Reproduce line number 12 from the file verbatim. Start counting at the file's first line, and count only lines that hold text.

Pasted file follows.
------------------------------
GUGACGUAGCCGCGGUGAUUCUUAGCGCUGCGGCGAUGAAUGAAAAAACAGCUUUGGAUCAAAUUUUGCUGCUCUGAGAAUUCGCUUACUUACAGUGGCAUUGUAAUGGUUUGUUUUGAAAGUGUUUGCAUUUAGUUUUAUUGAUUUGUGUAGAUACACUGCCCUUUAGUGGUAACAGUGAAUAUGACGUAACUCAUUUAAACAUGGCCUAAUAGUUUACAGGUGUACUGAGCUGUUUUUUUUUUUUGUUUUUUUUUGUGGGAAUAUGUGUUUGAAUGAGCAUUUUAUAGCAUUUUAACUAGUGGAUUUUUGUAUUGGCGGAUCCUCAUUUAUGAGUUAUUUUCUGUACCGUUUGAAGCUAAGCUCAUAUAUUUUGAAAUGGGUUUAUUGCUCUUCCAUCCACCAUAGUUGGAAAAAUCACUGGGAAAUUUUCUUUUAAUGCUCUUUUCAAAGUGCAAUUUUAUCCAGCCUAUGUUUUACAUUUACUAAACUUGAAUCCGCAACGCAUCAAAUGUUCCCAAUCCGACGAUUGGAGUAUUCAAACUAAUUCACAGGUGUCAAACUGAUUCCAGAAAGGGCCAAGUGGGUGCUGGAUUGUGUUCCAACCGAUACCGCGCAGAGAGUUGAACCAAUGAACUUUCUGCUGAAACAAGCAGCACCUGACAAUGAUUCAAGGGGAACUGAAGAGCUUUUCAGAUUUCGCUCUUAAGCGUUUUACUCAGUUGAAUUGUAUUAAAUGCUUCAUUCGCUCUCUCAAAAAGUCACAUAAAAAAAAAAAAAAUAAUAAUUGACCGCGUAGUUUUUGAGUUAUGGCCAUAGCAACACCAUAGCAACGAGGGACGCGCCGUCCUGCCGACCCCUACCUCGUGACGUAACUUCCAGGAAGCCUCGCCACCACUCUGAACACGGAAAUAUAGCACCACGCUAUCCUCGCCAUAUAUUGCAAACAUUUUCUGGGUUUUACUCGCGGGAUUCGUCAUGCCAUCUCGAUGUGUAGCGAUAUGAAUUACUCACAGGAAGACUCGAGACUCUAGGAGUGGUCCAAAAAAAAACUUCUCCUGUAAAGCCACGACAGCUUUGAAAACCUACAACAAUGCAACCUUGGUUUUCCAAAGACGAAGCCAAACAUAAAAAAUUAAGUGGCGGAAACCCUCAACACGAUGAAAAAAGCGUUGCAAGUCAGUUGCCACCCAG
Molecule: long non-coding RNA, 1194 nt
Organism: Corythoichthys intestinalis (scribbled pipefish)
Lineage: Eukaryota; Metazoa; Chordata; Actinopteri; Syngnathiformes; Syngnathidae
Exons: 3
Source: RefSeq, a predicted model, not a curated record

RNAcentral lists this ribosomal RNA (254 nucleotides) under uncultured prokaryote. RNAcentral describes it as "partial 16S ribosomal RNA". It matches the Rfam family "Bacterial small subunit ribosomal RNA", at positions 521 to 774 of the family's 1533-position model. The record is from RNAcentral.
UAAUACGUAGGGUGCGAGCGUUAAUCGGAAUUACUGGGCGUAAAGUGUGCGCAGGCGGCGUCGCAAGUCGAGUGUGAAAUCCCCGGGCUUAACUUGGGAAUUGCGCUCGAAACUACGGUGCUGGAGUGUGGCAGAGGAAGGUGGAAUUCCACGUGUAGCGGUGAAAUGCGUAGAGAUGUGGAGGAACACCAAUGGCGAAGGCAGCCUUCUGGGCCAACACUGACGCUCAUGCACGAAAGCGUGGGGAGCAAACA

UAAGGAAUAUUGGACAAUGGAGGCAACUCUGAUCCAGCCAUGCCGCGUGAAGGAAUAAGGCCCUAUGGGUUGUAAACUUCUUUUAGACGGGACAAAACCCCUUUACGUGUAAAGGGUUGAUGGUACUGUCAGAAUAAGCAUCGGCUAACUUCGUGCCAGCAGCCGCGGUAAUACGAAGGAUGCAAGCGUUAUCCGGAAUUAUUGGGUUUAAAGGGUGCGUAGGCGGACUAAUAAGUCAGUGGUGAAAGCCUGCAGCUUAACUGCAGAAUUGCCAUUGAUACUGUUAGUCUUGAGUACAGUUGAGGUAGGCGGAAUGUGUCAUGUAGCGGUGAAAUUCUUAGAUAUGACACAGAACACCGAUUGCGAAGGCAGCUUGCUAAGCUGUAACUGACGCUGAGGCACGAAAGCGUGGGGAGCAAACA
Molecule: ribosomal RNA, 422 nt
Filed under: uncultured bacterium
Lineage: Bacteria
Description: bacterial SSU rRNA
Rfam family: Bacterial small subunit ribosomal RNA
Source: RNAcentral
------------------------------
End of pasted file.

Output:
Lineage: Bacteria